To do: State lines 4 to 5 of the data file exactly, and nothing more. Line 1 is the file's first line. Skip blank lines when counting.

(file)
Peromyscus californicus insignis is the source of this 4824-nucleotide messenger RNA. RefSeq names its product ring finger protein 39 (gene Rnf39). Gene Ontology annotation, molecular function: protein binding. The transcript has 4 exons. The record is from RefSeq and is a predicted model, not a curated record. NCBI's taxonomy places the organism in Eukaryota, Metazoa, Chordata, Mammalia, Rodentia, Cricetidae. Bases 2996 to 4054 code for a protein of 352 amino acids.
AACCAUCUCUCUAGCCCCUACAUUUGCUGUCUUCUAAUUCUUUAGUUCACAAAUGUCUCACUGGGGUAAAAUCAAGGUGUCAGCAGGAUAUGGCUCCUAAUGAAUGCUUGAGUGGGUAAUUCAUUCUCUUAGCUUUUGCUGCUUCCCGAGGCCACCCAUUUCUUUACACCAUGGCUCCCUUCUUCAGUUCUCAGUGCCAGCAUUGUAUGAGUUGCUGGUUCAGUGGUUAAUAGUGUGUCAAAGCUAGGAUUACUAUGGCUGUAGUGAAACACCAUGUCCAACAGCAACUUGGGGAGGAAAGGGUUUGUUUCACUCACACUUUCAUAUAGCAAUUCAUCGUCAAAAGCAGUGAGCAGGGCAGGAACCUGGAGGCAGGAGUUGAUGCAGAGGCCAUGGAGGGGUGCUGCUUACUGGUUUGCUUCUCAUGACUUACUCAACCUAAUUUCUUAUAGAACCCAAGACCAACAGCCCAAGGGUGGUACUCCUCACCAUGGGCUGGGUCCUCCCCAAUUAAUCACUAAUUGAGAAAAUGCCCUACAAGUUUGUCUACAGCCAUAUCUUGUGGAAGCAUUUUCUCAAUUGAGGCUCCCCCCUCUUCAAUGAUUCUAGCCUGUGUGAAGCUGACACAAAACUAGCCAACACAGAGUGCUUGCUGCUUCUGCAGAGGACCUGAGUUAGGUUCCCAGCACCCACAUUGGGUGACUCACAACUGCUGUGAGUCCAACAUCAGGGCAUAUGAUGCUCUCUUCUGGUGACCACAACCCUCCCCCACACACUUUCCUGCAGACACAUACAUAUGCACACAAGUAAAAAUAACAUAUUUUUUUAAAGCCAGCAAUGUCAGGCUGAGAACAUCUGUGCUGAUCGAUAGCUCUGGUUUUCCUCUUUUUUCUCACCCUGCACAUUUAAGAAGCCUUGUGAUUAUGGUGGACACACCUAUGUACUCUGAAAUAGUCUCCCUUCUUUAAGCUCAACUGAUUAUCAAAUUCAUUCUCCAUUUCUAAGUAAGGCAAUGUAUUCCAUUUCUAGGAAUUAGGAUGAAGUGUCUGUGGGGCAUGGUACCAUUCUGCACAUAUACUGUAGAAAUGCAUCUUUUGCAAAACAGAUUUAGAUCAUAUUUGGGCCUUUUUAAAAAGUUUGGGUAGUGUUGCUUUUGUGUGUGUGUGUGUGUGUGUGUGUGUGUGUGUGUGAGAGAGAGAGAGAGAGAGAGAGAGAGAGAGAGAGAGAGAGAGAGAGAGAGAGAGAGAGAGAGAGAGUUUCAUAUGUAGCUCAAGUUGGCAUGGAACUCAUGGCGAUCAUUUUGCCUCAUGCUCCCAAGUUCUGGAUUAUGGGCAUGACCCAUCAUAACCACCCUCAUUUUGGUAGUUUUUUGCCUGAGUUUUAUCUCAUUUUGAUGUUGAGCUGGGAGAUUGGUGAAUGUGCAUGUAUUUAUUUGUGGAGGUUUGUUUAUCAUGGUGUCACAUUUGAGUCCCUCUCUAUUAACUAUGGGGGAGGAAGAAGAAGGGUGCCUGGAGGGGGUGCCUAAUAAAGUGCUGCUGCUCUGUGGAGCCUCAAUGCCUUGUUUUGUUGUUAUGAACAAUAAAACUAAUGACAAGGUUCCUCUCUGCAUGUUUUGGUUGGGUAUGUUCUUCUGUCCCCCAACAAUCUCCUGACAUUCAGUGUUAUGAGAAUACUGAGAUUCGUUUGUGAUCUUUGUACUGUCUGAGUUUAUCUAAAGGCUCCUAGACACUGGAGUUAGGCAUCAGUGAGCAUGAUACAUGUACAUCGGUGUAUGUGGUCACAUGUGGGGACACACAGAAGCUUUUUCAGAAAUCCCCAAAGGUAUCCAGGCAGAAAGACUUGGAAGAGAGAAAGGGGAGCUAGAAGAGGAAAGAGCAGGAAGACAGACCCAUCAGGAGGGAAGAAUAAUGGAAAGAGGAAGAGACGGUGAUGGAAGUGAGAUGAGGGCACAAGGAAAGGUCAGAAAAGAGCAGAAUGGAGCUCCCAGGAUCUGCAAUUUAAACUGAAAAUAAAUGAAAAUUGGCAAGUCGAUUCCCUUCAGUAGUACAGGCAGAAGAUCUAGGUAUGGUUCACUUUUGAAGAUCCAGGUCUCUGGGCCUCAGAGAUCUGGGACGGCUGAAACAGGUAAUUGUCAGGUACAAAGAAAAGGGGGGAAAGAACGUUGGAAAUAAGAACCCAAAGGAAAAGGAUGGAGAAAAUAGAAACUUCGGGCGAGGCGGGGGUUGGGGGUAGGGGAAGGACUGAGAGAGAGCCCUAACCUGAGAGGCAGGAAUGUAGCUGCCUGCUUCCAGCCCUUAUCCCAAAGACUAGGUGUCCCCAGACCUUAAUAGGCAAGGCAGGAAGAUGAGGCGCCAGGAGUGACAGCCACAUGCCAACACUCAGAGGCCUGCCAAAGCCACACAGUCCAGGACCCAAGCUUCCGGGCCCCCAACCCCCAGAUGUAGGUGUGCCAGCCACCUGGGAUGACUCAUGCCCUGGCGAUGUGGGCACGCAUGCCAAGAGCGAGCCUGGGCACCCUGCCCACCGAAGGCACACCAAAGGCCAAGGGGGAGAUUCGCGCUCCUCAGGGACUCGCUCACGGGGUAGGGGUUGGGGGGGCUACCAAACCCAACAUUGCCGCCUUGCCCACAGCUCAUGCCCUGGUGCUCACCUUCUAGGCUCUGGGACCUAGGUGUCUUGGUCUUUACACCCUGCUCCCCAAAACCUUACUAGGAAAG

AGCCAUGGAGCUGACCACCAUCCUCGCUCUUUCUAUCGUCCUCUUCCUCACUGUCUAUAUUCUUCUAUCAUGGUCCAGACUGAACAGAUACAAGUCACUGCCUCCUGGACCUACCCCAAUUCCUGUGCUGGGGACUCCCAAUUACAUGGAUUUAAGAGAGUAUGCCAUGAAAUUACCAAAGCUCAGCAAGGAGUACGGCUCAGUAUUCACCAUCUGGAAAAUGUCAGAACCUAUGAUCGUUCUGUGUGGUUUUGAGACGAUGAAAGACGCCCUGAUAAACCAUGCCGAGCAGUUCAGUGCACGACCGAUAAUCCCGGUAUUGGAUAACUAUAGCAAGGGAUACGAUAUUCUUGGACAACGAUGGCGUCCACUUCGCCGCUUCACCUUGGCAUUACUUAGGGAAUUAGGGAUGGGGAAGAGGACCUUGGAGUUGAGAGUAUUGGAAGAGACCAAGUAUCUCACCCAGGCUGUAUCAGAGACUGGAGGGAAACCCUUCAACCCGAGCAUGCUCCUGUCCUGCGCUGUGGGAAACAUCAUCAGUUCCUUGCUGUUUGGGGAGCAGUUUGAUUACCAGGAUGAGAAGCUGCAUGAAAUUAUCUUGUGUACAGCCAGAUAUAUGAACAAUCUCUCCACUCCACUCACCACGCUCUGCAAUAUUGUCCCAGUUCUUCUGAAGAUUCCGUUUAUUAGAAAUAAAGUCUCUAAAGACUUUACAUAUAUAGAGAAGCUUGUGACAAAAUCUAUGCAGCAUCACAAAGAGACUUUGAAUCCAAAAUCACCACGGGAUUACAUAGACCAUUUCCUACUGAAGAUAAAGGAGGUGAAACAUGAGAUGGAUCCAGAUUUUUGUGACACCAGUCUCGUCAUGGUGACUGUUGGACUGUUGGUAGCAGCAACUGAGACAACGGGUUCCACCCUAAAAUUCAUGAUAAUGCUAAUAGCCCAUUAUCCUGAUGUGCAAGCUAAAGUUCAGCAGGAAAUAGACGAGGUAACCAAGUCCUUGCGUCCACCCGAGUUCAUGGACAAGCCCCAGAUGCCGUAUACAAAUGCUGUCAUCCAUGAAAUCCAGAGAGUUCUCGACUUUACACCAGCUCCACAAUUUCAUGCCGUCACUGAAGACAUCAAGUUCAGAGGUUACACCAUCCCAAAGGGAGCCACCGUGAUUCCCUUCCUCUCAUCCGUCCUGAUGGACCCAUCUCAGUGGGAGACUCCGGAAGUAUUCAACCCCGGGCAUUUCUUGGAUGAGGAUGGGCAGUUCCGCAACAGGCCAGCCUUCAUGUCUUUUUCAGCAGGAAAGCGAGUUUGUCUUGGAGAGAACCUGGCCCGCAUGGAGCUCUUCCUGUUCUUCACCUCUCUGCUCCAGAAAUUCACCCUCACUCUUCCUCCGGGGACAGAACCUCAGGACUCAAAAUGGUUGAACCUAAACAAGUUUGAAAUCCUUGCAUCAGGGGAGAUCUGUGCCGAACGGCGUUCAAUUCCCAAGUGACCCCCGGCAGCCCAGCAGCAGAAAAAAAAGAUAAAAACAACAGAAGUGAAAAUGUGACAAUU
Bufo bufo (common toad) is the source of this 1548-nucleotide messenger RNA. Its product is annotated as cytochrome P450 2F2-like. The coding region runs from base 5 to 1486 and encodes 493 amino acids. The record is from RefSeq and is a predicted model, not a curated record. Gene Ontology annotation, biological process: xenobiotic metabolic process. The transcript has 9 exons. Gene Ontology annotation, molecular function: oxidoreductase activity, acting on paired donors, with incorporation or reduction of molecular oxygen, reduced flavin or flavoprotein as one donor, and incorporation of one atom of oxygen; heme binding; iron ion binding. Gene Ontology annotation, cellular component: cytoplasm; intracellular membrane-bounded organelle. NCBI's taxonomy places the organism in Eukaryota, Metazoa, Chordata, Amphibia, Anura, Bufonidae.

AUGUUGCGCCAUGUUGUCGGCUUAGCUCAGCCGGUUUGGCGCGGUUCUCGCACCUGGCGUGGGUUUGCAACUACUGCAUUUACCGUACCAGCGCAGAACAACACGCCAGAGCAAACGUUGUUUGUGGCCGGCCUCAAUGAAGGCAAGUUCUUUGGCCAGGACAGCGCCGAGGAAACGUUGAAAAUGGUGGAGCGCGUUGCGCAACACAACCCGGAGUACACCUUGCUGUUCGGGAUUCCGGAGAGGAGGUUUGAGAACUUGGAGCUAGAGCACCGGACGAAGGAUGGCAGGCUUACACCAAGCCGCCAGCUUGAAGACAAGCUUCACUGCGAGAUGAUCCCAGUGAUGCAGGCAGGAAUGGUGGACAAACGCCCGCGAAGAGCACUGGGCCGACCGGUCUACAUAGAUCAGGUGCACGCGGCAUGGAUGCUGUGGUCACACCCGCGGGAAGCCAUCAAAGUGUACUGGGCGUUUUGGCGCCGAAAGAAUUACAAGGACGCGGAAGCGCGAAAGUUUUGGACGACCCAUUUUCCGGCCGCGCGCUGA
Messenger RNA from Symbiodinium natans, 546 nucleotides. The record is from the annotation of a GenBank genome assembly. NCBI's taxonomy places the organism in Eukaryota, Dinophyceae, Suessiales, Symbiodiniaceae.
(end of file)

Bufo bufo (common toad) is the source of this 1548-nucleotide messenger RNA. Its product is annotated as cytochrome P450 2F2-like. The coding region runs from base 5 to 1486 and encodes 493 amino acids. The record is from RefSeq and is a predicted model, not a curated record. Gene Ontology annotation, biological process: xenobiotic metabolic process. The transcript has 9 exons. Gene Ontology annotation, molecular function: oxidoreductase activity, acting on paired donors, with incorporation or reduction of molecular oxygen, reduced flavin or flavoprotein as one donor, and incorporation of one atom of oxygen; heme binding; iron ion binding. Gene Ontology annotation, cellular component: cytoplasm; intracellular membrane-bounded organelle. NCBI's taxonomy places the organism in Eukaryota, Metazoa, Chordata, Amphibia, Anura, Bufonidae.

AUGUUGCGCCAUGUUGUCGGCUUAGCUCAGCCGGUUUGGCGCGGUUCUCGCACCUGGCGUGGGUUUGCAACUACUGCAUUUACCGUACCAGCGCAGAACAACACGCCAGAGCAAACGUUGUUUGUGGCCGGCCUCAAUGAAGGCAAGUUCUUUGGCCAGGACAGCGCCGAGGAAACGUUGAAAAUGGUGGAGCGCGUUGCGCAACACAACCCGGAGUACACCUUGCUGUUCGGGAUUCCGGAGAGGAGGUUUGAGAACUUGGAGCUAGAGCACCGGACGAAGGAUGGCAGGCUUACACCAAGCCGCCAGCUUGAAGACAAGCUUCACUGCGAGAUGAUCCCAGUGAUGCAGGCAGGAAUGGUGGACAAACGCCCGCGAAGAGCACUGGGCCGACCGGUCUACAUAGAUCAGGUGCACGCGGCAUGGAUGCUGUGGUCACACCCGCGGGAAGCCAUCAAAGUGUACUGGGCGUUUUGGCGCCGAAAGAAUUACAAGGACGCGGAAGCGCGAAAGUUUUGGACGACCCAUUUUCCGGCCGCGCGCUGA